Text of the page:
The More We're Offered, The More We Buy
Correspondent Tyler Mathisen and his producers do an excellent survey of the state of the "new town square where people want to come and spend time" -- at least that's the aspiration of behemoths such as the Giant Eagle outside Pittsburgh that has 65,000 products including 400 varieties of cheeses, 250 beer brands, rattlesnake meat and a full-time olive oil specialist among its 650 employees, two of whom perform a song-and-dance routine in the aisles.
My favorite segment is a look at a fisherman in Sitka, Alaska, who trolls for wild salmon with single lines and lures. Within 48 hours, his catch is displayed on the ice at a Whole Foods Market in Chicago at $14 a pound. So, you don't think a fish without bruises or net marks is worth $14 a pound?
Any devoted reader of MediaPost's cadre of newsletters will not be surprised by the segments on how supermarkets track their customers with everything from heat maps to Stop & Shop's handheld devices that buzz with deals when you pass by products you're prone to buy.
And Interbrand Design Forum CEO Bruce Dybvad is savvy about presentation and the allure of freshly baked bread and rotisserie chickens, but you've probably read about it, or even done it yourself, before. Innovations here are quickly duplicated there, after all -- it's the wily craft of "search and reapply," as one executive puts it.
But there's always something to learn. Stew Leonard's, for example, should heed the message about providing escape routes in their claustrophobic, maze-like aisles. And Costco could give the attention to detail that Henkel does when it's designing and prototyping its packaging. The detergent presumably flows a lot easier from Henkel's Purex containers, thanks to all that scalp-scratching and product testing, than the milk does from Costco's boxy plastic cartons. (There's a Facebook group for that, of course: Costco's Milk Jugs Suck.)
You can catch excerpts from the show here, or, if you don't want to miss the commercials for the likes of Pasta Boat, Pajama Jeans and Promises Treatment Center, watch it on CNBC at 8 p.m. ET tonight or at 8 p.m. ET on Thursday, Feb. 10.
"Supermarkets Inc." did get me thinking about some bigger-picture ideas. Literally.
The ubiquitous Martin Lindstrom tells the camera that despite all the information at consumers' disposal today, we're actually getting worse at what we do. We buy more than we need; spend more than we have to. He suggests that we leave the wheeled carts behind when we enter the supermarket and shop with a basket in our hands. Savvy retailers have bumped up the size of the carts even as studies show that shoppers will readily fill them with more stuff than they need.
Lindstrom also suggests shopping with freshly scented Benjamins rather than a credit card. You'll discover, he maintains, that breaking a $100 bill will "hurt like hell." Breaking a $200 bill, as I'd have to do if I followed his direction on my weekly jaunts to Costco, would presumably hurt like hell twice as much. But then I'd miss out on those American Express cash-back checks that seem to arrive willy-nilly in course of the year. Brilliant. On their part, not mine.
"The better we think we are [as shopper]," Lindstrom says, "the more we let our guards down, and the more vulnerable we are." That really hit home. Who among us has not returned from the grocery store triumphantly waving a cash register receipt that documents our sagacity and cunning to our spouses and partners?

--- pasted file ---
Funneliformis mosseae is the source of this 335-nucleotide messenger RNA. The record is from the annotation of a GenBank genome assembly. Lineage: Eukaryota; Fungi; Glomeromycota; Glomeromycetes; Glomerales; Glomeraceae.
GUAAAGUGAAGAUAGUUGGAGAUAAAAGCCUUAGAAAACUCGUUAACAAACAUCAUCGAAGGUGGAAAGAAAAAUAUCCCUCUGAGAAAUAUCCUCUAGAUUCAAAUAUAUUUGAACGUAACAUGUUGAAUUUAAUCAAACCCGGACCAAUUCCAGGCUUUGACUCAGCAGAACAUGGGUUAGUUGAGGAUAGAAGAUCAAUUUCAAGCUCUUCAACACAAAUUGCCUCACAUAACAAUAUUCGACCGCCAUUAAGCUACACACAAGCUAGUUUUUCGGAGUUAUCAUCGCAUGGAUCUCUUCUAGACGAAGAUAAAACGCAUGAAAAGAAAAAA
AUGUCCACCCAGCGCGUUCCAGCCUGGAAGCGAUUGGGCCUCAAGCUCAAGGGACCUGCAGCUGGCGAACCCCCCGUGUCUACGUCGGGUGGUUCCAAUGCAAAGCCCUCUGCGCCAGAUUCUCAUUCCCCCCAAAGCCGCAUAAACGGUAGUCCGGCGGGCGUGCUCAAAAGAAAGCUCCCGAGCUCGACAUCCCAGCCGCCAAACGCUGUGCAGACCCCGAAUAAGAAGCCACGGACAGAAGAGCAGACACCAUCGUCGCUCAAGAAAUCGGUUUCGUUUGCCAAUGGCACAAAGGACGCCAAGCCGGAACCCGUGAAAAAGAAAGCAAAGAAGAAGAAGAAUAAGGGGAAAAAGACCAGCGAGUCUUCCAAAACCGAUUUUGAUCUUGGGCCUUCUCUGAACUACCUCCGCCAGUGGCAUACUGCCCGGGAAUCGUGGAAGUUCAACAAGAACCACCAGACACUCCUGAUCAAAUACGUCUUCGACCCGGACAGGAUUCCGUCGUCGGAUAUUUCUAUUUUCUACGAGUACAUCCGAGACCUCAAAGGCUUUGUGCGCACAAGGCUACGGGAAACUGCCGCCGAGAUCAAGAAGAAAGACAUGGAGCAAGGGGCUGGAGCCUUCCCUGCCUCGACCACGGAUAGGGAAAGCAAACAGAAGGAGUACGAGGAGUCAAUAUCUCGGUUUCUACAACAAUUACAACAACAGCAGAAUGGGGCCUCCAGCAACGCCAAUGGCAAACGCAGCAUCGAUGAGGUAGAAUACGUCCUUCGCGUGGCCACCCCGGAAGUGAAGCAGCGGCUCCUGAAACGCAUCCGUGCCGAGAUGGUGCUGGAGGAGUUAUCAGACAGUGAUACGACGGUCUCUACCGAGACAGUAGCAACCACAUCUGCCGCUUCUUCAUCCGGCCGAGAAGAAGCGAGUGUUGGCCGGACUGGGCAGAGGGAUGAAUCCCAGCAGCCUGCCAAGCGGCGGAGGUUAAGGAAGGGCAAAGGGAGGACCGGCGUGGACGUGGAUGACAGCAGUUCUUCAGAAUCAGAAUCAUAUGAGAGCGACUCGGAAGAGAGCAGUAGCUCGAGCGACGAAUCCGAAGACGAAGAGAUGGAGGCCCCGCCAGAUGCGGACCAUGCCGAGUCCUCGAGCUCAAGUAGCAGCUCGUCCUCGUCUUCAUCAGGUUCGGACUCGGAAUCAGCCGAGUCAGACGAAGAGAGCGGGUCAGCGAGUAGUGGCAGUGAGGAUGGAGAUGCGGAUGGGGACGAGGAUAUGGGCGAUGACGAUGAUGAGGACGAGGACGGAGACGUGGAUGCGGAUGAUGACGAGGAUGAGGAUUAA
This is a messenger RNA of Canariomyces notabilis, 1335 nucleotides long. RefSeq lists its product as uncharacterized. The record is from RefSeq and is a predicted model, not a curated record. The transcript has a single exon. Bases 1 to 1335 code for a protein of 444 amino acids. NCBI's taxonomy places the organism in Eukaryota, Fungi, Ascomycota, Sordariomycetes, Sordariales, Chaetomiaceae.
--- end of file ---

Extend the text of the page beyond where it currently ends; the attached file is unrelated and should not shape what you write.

"Congratulations!" it proclaims, as if you had just been awarded a Ph.D. in Epistemological Acquisition. "You saved $3.11, or 21%, on your order today!" And you've also got ten cans of off-brand black beans instead of one, and you know that they'll be staring at you for years from the shelving you've built in the basement to accommodate them and their brethren. Anybody need a bottle of ketchup?
I also pondered a paradox as I watch the report. As a boy growing up in metro New York, my family basically shopped at one store, once a week. Our allegiance to Food Fair or Daitch Shopwell or Waldbaum's or Bohacks may have changed from time to time for reasons that probably had something to do with current prices (or the sighting of a cockroach in the aisles), but there was none of this skittering around from grocer to grocer all the time. The stores were much smaller then -- probably not much bigger than the quaint 7,500-square-foot Kaune's in Sante Fe that Mathisen profiles -- but they seemed to contain everything we needed.
Obviously things have changed. Most of those chains have been gobbled up by larger fish, all of which are "second fiddles" to Walmart, which controls 25% of the market. (Gristedes remains in parts of New York City, but you think of them the way you think of the old couple in the rent-controlled apartment. Time is not on its side.)
Anyway, why is it that with all this abundance available at these huge emporiums, I find myself buying Goya Manjo Juice and America's Choice Seltzer at the A&P, Bounty paper towels and Earthbound Farm Organic Spring Mix at Costco, Italian parsley and fresh ginger at Hastings Prime Meats, whatever ice cream is on sale at Stop & Shop, organic maple syrup and butternut squash soup at Trader's Joes, wasabi nuts and a fresh quinoa salad at Mrs. Green's Natural Market and Kitchens of India Red Kindney Beans Curry from Amazon.com? And that's just in the last couple of weeks. I'm leaving out occasional excursions to Whole Foods, DeCicco Food Market and other establishments casually familiar with my credit card number. Do we all shop like this nowadays? Do we all carry more loyalty cards than keys on our key rings?
I don't have time this morning, but I'm sure there's a case to be made that things have not been the same in the grocery aisles since the demise of S&H Green Stamps.